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By David Tees on 8/11/2009 6:11 PM
Pat Miletech has had an incredible run in both life and in MMA, the UFC has also had an incredible rise from obscurity and this book does a decent job at explaining both. The books true strength comes from the life story of Pat Miletech, a former UFC Champion who competed in the early days of the promotion until the Zuffa era.

Pat Miletech grew up in the Quad Cities and had an early life full of strife, death, depression and a real lack of wealth. Before becoming an MMA fighter, Pat Miletech suffered through a father who ditched his family, the deaths of his brothers and the imprisonment of another brother. Pat Miletech also had to financially support his mother after she became ill, which lead to a series of odd jobs.

Eventually Pat Miletech would discover karate and jiu-jitsu, this is the point in the book where things become truly interesting. Pat Miletech’s rise from his early days winning tough man competitions until his departure from the UFC as a fighter is the best part of the book. Pat Miletech is described as a low key person who didn’t truly acclimate himself to the success he was earning.

The book also goes into detail about Pat Miletech the trainer and how fighter Jens Pulver came up with the terms “Miletech Fighting System” and “Team Miletech.” The author goes to great length to talk about the methods Pat Miletech used to train fighters for upcoming fights and how many fighters that he trained became MMA champions.

Besides going over the life of Pat Miletech, author L. Jon Wertheim also looks at the rise of the UFC from underground fan favorite to the worlds biggest MMA promotion. The book talks about the problems in the early days between the original UFC owners and politicians, particularly the battle between the UFC and former presidential candidate John McCain.

The book also takes a look at the original owners of the UFC and their relationship with the Gracie Family, particularly Royce Gracie. It has been rumored and believed that the Gracie Family wanted to use the UFC as a tool to promote Gracie Jiu-Jitsu throughout the world. Eventually that relationship fell apart and Royce Gracie would return to the UFC until over a decade later at UFC 60.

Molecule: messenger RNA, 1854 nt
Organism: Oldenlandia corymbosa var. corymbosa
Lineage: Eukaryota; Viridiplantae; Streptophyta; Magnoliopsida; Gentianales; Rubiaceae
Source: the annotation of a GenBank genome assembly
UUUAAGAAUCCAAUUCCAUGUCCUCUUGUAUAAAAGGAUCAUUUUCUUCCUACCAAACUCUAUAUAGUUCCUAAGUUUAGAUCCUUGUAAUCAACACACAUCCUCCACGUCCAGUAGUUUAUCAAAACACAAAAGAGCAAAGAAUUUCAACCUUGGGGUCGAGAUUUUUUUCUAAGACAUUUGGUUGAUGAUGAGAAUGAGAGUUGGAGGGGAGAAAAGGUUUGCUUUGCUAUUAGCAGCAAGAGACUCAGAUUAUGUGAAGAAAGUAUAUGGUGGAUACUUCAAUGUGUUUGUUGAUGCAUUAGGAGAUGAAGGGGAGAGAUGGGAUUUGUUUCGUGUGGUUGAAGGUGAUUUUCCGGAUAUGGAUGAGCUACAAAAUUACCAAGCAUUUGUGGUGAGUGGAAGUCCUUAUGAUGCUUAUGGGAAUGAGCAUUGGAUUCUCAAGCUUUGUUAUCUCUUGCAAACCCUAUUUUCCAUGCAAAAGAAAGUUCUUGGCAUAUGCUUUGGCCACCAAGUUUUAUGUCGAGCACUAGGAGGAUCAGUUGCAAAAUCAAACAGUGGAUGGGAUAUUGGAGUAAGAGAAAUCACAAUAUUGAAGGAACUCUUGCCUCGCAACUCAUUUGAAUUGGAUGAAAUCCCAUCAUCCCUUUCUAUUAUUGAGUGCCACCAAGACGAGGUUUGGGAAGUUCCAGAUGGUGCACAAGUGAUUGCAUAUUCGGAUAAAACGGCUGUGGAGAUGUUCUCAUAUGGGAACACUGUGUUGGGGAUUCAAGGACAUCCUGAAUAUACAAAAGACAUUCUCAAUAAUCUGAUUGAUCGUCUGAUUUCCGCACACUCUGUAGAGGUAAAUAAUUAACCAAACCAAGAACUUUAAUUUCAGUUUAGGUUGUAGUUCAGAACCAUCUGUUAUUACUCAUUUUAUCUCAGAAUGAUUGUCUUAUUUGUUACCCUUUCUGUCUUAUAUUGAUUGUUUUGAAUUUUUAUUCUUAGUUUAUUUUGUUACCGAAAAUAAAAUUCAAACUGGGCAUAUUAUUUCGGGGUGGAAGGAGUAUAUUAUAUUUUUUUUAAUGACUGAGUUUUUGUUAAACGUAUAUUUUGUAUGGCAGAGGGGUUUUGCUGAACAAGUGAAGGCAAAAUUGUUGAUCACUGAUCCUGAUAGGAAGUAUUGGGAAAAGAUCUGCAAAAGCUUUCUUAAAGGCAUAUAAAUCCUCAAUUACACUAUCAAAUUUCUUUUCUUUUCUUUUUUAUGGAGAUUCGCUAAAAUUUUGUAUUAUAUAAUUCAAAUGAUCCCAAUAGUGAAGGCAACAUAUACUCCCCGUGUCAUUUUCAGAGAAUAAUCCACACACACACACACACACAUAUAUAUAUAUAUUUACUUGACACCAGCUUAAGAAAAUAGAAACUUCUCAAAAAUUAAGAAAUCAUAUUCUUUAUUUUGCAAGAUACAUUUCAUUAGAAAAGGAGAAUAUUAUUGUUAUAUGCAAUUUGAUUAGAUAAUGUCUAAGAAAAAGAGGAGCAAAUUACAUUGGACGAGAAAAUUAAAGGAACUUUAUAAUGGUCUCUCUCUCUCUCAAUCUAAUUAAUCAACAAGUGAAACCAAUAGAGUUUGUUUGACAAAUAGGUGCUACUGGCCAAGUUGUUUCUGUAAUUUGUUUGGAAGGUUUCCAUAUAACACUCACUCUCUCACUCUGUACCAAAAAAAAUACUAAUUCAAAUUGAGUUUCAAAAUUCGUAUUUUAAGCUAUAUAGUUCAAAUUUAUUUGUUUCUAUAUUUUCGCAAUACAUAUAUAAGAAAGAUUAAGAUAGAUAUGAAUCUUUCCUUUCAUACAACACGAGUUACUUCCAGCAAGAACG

The best part of the books look at the UFC is during the era where Dana White persuaded the Fertita Brothers to purchase the ailing UFC. The book goes into great detail about the changes made to the UFC following the purchase, while debunking the myths surrounding Dana White getting the sport regulated when others supposedly didn’t.

The book also looks at the popularity boom of the UFC after the first season of the UFC Ultimate Fighter and the subsequent seasons. Author L. Jon Wertheim also tells a particularly interesting story about his attempt to interview UFC personality Joe Silva at a UFC event. The book also criticizes the way the UFC treats the media in relation to the positive and negative stories about the company.

Overall, the book does a pretty decent job of looking at the UFC from the inception of the company until is current form as the leader in MMA. However, the true strength of this book is the look at the life of Pat Miletech from his humble beginnings in Iowa to becoming one of the top trainers in MMA today.

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